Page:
The challenges facing dual-career couples


POST (1) The challenges facing dual-career couples, particularly those aiming for academic positions, are great. While belt-tightening at universities is making extra money for spousal appointments hard to find, dual careers have become both a personal goal and an economic necessity for many couples, particularly in high-cost regions such as New York, Boston or the San Francisco Bay Area (Crawford, Thompson & Ashforth, 2018). But there is hope. With hard work, good luck, clear goals, patience and a willingness to compromise, success is possible, say psychologists who have made their own dual-career relationships work. And although the academic job market remains intensely competitive, institutions of higher education are increasingly recognizing that providing support for employees in dual-career relationships-who now comprise about 80 percent of the faculty at American universities-can help them meet their own recruitment goals (Crawford et al., 2018). The most common advice for dual-career couples is perhaps the least comforting for graduate students already anticipating a difficult job search. Work hard and build up your vita, experts say, so that you are as attractive as possible to potential employers. Flexibility is key. In the tight academic job market, it is rare for two appropriate positions to open up simultaneously at the same university. As Prieto points out, only a handful of faculty positions in counseling psychology are available each year across the United States. So if you are committed to an academic career, geographical mobility is a must. Staggering your careers by a year or two can also help. Jen Kogos Youngstrom, PhD, and Eric A. Youngstrom, PhD, met in college and attended graduate school at the University of Delaware together, even working in the same laboratory. But because Jen began graduate school a year earlier than Eric, they avoided competing for the same graduate positions, internships and postdocs. During Eric’s last year at Delaware, Jen was able to find an internship within driving distance of the university; when he graduated and found an internship in Pittsburgh, she found a postdoc at the same institution (Mohan & Chakravorty, 2017). The more different your interests and skills are, the easier the job search is likely to be. While Eric was committed to finding an academic position, for instance, Jen was interested in clinical research and training. Now he teaches in the psychology department at Case Western Reserve University in Cleveland, while she conducts research and directs the APA-accredited internship program at Applewood Centers, a large community mental health center for children and adolescents in Cleveland. Even when both members of a couple desire an academic position, as in the case of Prieto and Scheel, diversity of interests and skills is important. Part of the reason Scheel and Prieto were able to find jobs in the same department is that Scheel studies suicide prevention in university counseling centers while Prieto focuses on clinical training and assessment (Mohan et al., 2017). As the heads of their respective search committees pointed out to them, it was their independent professional qualifications, not the fact that they were married, that got them their jobs.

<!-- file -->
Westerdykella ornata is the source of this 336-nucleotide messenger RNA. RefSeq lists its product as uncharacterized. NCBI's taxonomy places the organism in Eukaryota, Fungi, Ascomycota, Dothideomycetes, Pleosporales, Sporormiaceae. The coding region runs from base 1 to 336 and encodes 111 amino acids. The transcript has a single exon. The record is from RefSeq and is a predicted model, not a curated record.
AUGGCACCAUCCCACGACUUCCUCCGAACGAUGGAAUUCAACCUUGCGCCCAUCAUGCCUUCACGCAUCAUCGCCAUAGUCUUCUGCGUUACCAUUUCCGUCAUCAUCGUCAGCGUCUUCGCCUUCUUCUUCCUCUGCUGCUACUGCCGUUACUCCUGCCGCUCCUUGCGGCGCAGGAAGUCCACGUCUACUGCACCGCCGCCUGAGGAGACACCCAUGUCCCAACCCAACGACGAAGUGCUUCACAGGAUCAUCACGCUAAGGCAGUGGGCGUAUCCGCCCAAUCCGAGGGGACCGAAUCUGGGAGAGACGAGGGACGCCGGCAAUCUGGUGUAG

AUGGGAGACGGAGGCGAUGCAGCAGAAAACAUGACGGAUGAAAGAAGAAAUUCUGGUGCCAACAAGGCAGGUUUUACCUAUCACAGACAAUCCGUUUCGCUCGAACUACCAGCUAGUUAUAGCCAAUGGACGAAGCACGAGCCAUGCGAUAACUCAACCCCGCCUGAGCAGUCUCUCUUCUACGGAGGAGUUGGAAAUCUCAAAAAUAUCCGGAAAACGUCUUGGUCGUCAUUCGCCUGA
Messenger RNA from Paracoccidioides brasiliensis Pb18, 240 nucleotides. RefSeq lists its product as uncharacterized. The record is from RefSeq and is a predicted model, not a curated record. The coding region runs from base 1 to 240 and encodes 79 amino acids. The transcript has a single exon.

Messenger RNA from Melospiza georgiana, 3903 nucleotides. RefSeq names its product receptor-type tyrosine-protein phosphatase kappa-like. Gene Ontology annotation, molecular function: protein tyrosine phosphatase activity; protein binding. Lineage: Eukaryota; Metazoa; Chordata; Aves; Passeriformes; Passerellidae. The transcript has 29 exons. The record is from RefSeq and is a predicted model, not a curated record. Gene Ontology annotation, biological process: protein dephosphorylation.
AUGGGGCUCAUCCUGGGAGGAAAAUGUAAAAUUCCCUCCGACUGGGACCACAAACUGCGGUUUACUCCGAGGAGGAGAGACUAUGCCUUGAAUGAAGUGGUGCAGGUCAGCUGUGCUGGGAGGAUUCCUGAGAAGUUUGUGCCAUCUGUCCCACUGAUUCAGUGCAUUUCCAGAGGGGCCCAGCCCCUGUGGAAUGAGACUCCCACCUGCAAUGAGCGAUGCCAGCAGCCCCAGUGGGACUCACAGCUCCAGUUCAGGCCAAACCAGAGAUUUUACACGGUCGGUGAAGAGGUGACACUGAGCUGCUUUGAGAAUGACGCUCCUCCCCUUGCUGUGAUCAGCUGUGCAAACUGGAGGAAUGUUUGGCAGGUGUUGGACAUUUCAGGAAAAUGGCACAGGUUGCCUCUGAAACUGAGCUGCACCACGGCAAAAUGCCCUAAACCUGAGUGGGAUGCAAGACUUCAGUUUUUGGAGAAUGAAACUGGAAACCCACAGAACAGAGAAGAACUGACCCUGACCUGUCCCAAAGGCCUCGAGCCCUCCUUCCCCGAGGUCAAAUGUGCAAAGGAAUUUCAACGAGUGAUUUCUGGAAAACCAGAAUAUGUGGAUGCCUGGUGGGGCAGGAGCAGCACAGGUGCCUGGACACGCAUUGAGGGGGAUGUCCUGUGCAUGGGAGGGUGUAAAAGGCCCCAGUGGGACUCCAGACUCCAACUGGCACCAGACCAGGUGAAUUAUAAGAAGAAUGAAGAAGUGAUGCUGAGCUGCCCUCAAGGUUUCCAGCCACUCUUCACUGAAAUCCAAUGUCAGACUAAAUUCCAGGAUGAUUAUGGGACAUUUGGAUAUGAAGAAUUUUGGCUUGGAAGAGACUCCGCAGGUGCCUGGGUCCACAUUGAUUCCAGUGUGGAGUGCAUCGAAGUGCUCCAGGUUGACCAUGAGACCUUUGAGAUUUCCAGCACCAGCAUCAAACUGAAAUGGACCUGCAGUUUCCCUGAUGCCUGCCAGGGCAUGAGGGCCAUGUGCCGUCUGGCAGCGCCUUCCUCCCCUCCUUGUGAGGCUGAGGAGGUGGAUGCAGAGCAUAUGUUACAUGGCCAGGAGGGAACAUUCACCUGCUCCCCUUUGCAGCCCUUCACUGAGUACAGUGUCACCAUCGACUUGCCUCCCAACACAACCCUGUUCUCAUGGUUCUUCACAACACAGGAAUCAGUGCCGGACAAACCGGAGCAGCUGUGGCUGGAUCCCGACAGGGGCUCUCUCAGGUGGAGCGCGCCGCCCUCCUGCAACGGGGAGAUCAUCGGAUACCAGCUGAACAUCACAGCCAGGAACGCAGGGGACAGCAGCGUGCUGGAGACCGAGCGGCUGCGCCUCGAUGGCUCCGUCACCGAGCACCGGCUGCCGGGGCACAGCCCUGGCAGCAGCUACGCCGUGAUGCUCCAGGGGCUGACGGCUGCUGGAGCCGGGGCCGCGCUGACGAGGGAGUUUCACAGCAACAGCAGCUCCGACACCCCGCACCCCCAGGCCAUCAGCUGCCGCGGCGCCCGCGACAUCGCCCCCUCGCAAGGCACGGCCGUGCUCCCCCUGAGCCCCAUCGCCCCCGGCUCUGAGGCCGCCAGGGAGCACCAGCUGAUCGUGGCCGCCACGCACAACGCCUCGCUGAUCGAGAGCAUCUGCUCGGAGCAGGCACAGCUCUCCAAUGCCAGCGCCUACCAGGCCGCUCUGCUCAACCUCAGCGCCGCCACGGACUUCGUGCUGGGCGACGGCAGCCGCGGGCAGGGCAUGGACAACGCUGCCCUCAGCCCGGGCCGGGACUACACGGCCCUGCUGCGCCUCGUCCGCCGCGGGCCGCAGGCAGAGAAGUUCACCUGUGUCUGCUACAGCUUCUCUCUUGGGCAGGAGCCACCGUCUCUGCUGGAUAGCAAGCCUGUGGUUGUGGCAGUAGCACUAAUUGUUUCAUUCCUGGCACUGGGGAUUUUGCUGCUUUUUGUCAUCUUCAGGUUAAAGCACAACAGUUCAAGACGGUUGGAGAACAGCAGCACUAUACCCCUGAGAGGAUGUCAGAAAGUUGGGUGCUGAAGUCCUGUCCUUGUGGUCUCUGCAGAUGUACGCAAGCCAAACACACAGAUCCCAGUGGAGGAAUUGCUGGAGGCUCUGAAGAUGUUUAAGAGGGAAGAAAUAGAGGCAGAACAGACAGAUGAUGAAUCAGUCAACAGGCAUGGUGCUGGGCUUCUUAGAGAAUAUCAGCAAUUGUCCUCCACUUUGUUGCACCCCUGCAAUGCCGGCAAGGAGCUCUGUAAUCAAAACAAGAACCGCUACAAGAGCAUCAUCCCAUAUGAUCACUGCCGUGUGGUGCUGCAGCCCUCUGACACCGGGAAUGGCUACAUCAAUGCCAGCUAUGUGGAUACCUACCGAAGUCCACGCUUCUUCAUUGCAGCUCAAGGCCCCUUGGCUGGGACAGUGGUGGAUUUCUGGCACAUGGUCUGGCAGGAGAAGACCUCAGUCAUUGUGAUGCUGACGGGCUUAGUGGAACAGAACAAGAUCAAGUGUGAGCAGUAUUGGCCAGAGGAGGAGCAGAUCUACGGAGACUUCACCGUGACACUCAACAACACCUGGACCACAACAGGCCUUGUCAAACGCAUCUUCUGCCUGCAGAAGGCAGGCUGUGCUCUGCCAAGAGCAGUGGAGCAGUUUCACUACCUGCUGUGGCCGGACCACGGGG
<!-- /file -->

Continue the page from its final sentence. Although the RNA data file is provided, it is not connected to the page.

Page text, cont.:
POST(2) Topic 1: What do you believe are the advantages and disadvantages of various work styles for employers and employees? Think temporary work, job sharing, telecommuting, and home-based work. Flexible scheduling has to be the best idea that has come to be from temporary work, job sharing, telecommuting, and home-based work. There are way more advantages than disadvantages. The advantage that I feel is the most important is that you are able to spend time with your family and/or friends. For those who have children, you are able to take them to doctors appointments or able to take them to their extracurricular activities. Torpey (2007) explains that many people want a job that can better match their lives. In other words, a job that works with their lifestyle needs rather than succumbing it, is an ideal job that people are searching for. It may be the idea that someone is searching for or finding a way to make their current job more flexible (Tropey, 2007). Honestly, who would not love to be able to work and have leisure time? When I first started college, I was working two full time jobs. I knew I needed to adjust something to make time for college, though still work enough to make ends meet. Luckily, the managers understand how important school is for me and they adjust their hours to fit my needs as long as I let them know a few weeks ahead of time. I have been doing this for years and even though it is not as flexible as I would like it, it still is working out better than having to chose work over school. When trying to make a job more flexible, it could bring some disadvantages with it. The main disadvantage I noticed is that when flexibility is not an option, then the options are to find a new job or deal with the lack of freedom. Torpey (2007) explains that employers look for candidates who are qualified and whose main focus is work, not flexibility. This means that they are hiring the person based on their skills and knowledge, putting their time limitations on the back burner, so to say. For example, if a person sees a temporary job, they cannot come right out and say, “oh I need to have only three hours a day, six days a week.” Most likely, the employer wants to hire a person based on the company needs, and then possibly in the future flexibility can add. If you have two potential employees, one who has open availability with no college experience, and the other is an undergraduate with very limited hours, most likely the open availability one would be hired. It would be based on that there is much time to be spent working, therefore possibly having them gain experience and training along the way. Even though there are some disadvantages to finding flexibility in jobs or careers, I find it very pleasing when it finally comes around to it.